### Parameter Sensitivity

In addition to finding the best meta-parameters it is also equally important to plot parameter sensitivity curves to understand how our algorithm behaves.

In our simulated Pendulum problem, we can extensively test our agent with different meta-parameter configurations but it would be quite expensive to do so in real life. Parameter sensitivity curves can provide us insight into how our algorithms might behave in general. It can help us identify a good range of each meta-parameters as well as how sensitive the performance is with respect to each meta-parameter.

Here are the sensitivity curves for the three step-sizes we swept over:

On the y-axis we use the performance measure, which is the average of the exponential average reward over the 5000 time steps, averaged over 50 different runs. On the x-axis is the meta-parameter we are testing. For the given meta-parameter, the remaining meta-parameters are chosen such that it obtains the best performance.

The curves are quite rounded, indicating the agent performs well for these wide range of values. It indicates that the agent is not too sensitive to these meta-parameters. Furthermore, looking at the y-axis values we can observe that average reward step-size is particularly less sensitive than actor step-size and critic step-size.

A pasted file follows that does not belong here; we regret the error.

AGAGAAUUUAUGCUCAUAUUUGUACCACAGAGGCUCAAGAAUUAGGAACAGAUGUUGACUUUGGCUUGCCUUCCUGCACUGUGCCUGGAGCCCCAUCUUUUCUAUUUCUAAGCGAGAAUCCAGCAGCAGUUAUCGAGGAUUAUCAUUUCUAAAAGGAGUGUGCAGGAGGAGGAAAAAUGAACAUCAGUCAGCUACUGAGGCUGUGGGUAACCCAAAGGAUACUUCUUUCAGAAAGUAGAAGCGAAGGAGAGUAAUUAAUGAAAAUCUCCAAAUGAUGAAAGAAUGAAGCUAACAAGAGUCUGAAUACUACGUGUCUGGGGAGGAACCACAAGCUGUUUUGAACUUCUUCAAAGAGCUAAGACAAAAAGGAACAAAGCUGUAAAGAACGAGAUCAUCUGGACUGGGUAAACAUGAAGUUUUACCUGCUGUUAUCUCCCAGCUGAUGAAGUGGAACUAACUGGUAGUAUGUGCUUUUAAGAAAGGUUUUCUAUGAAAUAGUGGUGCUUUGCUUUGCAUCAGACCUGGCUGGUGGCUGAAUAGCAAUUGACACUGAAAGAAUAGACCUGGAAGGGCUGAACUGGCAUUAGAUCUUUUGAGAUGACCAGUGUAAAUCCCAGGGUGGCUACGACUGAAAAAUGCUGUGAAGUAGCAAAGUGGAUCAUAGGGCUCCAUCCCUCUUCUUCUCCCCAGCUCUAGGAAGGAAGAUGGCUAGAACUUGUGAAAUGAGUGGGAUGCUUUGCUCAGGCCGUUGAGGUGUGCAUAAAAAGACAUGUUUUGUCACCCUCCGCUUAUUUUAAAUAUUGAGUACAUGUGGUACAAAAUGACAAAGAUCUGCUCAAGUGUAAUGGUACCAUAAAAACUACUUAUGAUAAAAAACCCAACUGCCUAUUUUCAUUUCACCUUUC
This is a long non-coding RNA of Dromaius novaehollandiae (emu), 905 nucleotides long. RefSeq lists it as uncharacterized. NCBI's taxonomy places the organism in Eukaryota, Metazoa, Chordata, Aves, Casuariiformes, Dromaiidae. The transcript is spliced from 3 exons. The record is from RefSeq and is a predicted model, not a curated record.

But how do we know that we have sufficiently covered a wide range of meta-parameters? It is important that the best value is not on the edge but in the middle of the meta-parameter sweep range in these sensitivity curves. Otherwise this may indicate that there could be better meta-parameter values that we did not sweep over.

## Wrapping up

### Congratulations! You have successfully implemented Course 3 Programming Assignment 4.

You have implemented your own Average Reward Actor-Critic with Softmax Policy agent in the Pendulum Swing-up Environment. You implemented the environment based on information about the state/action space and transition dynamics. Furthermore, you have learned how to implement an agent in a continuing task using the average reward formulation. We parameterized the policy using softmax of action-preferences over discrete action spaces, and used Actor-Critic to learn the policy.

To summarize, you have learned how to:

1. Implement softmax actor-critic agent on a continuing task using the average reward formulation.
2. Understand how to parameterize the policy as a function to learn, in a discrete action environment.
3. Understand how to (approximately) sample the gradient of this objective to update the actor.
4. Understand how to update the critic using differential TD error.